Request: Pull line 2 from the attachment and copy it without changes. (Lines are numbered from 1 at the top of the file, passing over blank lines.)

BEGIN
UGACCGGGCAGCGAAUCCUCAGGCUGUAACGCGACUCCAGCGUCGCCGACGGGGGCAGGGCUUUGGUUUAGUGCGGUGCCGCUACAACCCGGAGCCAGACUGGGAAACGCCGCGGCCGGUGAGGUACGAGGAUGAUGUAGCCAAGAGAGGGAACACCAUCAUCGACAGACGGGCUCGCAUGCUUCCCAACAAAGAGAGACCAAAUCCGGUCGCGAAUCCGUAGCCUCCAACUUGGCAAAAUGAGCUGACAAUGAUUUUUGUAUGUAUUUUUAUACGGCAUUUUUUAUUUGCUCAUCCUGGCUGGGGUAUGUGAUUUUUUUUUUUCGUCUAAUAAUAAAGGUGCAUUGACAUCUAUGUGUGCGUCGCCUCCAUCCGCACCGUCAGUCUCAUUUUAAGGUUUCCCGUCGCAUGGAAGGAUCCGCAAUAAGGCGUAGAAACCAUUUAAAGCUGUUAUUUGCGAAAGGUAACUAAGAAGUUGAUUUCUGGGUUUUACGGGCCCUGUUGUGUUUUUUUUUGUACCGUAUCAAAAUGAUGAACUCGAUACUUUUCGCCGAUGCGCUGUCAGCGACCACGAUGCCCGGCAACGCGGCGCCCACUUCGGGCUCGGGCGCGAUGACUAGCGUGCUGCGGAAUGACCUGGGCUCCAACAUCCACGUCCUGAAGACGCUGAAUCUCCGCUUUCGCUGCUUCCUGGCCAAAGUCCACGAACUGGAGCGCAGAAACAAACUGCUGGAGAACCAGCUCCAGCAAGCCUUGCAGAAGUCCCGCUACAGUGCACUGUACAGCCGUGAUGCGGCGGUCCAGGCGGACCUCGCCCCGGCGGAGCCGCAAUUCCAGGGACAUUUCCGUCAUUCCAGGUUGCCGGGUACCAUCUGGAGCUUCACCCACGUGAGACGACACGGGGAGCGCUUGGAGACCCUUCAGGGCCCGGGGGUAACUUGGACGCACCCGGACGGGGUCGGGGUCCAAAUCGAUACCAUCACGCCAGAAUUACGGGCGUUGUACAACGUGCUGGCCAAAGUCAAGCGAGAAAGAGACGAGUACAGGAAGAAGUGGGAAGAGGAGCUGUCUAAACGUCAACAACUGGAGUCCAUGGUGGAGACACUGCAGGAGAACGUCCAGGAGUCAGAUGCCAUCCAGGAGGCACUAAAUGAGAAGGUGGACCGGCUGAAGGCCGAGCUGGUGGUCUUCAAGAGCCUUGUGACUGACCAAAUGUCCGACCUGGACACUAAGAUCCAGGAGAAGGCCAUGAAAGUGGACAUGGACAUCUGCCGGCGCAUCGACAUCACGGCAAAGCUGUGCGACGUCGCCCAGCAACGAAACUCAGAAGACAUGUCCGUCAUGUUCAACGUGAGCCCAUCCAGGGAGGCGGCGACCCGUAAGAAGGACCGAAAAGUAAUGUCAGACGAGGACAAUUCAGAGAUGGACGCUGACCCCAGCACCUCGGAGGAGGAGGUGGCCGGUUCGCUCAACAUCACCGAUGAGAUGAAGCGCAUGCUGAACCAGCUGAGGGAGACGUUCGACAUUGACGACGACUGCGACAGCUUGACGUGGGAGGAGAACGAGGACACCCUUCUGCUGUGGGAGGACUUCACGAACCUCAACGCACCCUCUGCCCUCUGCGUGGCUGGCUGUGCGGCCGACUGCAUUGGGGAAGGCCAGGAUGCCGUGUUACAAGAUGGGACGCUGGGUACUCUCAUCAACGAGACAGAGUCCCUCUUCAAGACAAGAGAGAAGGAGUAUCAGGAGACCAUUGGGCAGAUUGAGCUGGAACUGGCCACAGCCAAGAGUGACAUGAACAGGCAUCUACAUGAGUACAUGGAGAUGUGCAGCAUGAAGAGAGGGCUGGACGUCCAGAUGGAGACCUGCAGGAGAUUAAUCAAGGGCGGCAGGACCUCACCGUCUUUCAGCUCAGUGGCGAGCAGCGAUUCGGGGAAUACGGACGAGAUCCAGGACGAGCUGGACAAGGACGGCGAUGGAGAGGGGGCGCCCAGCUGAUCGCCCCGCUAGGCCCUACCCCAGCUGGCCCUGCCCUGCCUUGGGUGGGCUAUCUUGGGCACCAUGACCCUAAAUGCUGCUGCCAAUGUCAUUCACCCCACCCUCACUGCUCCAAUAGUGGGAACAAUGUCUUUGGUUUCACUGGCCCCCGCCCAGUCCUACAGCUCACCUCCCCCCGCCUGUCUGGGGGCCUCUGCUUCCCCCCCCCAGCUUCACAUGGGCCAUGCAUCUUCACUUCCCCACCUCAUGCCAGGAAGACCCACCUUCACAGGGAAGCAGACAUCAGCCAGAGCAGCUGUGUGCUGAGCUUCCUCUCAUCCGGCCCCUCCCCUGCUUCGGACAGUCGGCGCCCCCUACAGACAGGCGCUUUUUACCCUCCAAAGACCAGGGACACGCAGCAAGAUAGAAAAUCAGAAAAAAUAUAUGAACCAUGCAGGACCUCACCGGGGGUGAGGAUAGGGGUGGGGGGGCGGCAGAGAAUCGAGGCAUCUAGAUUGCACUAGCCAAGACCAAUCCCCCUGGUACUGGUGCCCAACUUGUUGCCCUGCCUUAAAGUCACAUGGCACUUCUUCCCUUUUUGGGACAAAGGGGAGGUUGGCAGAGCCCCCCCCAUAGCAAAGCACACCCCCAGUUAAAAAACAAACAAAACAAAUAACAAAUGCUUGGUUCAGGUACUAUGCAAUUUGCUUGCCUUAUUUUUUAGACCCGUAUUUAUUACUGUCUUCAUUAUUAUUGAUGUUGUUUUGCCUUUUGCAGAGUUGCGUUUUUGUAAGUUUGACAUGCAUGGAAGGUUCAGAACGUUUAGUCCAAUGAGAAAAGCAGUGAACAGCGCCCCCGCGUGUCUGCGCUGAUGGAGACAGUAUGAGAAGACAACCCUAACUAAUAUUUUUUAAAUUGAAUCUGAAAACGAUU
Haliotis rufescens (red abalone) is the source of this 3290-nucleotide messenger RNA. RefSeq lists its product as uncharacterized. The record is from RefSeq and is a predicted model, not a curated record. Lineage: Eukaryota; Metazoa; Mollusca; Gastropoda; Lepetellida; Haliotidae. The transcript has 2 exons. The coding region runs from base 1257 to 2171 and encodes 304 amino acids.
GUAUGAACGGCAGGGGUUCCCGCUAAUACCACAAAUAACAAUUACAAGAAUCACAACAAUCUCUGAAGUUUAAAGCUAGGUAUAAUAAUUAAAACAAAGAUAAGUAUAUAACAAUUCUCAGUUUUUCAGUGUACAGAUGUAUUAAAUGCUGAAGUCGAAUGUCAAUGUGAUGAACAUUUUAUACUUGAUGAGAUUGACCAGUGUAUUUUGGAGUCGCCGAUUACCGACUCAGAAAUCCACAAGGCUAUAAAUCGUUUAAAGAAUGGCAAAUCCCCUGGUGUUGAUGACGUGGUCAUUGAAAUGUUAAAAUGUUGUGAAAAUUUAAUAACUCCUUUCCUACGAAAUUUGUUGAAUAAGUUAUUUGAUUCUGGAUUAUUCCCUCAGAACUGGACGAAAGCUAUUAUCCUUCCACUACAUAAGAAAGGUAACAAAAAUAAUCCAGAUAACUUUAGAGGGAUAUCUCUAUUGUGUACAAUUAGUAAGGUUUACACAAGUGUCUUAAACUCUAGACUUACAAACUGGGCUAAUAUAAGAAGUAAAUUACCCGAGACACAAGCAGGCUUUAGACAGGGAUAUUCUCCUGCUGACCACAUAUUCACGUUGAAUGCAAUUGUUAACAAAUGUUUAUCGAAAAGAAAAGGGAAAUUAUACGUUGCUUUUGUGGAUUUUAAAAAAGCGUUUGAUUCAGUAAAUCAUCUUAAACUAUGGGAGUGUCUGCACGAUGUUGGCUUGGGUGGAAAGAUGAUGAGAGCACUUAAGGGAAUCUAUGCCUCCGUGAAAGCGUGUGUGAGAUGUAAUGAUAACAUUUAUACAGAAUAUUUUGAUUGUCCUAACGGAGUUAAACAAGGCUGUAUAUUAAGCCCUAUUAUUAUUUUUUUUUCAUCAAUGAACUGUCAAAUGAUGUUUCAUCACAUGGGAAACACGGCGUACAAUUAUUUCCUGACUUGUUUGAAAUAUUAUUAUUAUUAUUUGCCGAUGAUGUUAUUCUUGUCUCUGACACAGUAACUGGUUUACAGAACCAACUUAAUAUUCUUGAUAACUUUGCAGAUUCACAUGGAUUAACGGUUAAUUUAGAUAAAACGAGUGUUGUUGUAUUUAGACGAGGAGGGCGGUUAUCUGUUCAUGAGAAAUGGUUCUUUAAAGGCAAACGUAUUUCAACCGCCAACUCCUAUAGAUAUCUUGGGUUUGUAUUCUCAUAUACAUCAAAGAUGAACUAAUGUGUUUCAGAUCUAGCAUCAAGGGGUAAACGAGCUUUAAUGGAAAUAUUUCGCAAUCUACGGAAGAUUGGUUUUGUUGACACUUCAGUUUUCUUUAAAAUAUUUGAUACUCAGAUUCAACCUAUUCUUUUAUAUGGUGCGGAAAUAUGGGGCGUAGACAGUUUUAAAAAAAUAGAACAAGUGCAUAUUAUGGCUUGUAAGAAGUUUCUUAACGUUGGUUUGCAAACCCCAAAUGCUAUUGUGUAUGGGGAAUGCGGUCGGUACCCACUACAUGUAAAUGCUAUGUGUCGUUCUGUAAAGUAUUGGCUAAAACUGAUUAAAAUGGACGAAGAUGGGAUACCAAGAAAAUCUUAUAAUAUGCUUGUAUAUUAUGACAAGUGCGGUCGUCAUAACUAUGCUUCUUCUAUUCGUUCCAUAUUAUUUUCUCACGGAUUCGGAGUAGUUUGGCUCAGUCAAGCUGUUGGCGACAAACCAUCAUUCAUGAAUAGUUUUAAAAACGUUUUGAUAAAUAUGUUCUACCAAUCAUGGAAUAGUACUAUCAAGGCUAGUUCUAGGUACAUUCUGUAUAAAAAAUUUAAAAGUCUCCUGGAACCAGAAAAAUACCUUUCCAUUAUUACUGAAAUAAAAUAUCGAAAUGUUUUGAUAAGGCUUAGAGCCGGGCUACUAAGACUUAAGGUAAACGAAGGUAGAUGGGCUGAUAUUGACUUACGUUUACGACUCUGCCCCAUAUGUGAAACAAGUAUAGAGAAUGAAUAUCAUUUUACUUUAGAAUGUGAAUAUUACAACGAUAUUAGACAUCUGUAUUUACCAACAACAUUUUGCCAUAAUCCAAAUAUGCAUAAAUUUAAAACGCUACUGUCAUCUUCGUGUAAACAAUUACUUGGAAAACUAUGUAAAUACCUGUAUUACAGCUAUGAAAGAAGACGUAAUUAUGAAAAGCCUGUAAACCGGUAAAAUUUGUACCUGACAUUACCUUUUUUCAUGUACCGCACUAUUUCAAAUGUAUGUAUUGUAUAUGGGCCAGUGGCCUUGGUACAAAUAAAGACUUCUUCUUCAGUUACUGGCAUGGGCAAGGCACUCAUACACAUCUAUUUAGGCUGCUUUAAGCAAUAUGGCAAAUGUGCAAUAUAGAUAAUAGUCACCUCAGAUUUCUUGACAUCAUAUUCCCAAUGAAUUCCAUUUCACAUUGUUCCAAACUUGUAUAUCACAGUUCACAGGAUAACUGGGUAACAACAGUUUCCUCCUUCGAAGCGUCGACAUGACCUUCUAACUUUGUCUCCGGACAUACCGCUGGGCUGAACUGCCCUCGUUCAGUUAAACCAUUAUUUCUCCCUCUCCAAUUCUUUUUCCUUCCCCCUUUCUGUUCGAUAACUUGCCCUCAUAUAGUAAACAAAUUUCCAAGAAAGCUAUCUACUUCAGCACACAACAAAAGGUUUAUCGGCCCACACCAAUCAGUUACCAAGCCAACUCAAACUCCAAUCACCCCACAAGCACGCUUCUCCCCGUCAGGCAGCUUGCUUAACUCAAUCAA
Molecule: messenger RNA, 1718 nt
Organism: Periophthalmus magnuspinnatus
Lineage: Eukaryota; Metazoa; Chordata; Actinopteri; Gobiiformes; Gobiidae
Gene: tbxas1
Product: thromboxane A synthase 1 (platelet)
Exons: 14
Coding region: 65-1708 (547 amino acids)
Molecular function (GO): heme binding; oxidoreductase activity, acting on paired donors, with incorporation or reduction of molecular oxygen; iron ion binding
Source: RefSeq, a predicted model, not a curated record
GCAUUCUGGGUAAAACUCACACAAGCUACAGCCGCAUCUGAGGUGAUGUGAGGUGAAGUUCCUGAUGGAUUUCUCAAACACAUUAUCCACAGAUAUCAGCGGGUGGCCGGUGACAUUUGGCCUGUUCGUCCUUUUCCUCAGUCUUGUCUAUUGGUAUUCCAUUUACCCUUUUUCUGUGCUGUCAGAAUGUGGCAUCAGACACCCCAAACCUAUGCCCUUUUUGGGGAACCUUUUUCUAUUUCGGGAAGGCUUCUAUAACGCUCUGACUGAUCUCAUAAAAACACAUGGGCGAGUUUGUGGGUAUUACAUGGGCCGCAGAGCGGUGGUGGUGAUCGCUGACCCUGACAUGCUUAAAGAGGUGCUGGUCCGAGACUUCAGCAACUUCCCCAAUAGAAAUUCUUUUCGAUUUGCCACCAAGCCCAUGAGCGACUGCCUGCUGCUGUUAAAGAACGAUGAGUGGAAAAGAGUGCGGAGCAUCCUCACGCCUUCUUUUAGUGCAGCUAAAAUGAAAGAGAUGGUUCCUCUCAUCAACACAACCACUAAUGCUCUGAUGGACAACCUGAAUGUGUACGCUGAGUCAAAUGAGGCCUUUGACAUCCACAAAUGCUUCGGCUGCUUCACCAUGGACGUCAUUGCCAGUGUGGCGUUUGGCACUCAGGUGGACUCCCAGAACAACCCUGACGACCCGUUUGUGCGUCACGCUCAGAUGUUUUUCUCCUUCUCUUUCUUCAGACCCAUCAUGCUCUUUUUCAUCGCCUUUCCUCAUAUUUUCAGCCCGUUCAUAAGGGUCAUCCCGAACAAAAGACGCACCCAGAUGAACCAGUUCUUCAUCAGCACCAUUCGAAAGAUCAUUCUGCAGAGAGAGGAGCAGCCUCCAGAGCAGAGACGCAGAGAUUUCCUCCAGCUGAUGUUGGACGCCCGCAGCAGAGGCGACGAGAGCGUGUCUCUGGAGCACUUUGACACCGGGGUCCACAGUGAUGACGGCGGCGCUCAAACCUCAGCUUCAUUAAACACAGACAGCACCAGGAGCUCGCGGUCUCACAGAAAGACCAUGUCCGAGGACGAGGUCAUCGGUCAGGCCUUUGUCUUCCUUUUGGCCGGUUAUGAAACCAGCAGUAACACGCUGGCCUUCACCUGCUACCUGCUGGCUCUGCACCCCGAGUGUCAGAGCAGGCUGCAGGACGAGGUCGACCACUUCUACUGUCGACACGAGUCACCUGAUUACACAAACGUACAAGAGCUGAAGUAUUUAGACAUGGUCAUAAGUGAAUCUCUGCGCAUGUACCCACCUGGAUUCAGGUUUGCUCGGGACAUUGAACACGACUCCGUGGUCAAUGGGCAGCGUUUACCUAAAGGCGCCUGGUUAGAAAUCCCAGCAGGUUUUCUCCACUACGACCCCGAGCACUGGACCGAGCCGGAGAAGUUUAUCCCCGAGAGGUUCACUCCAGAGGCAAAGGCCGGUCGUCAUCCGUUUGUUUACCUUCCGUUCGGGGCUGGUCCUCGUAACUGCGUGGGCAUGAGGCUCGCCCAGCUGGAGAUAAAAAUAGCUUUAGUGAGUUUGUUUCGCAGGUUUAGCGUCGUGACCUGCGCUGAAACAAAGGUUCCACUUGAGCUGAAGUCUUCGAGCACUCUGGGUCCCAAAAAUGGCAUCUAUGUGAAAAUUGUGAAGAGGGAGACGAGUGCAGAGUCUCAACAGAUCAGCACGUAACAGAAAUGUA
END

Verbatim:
Haliotis rufescens (red abalone) is the source of this 3290-nucleotide messenger RNA. RefSeq lists its product as uncharacterized. The record is from RefSeq and is a predicted model, not a curated record. Lineage: Eukaryota; Metazoa; Mollusca; Gastropoda; Lepetellida; Haliotidae. The transcript has 2 exons. The coding region runs from base 1257 to 2171 and encodes 304 amino acids.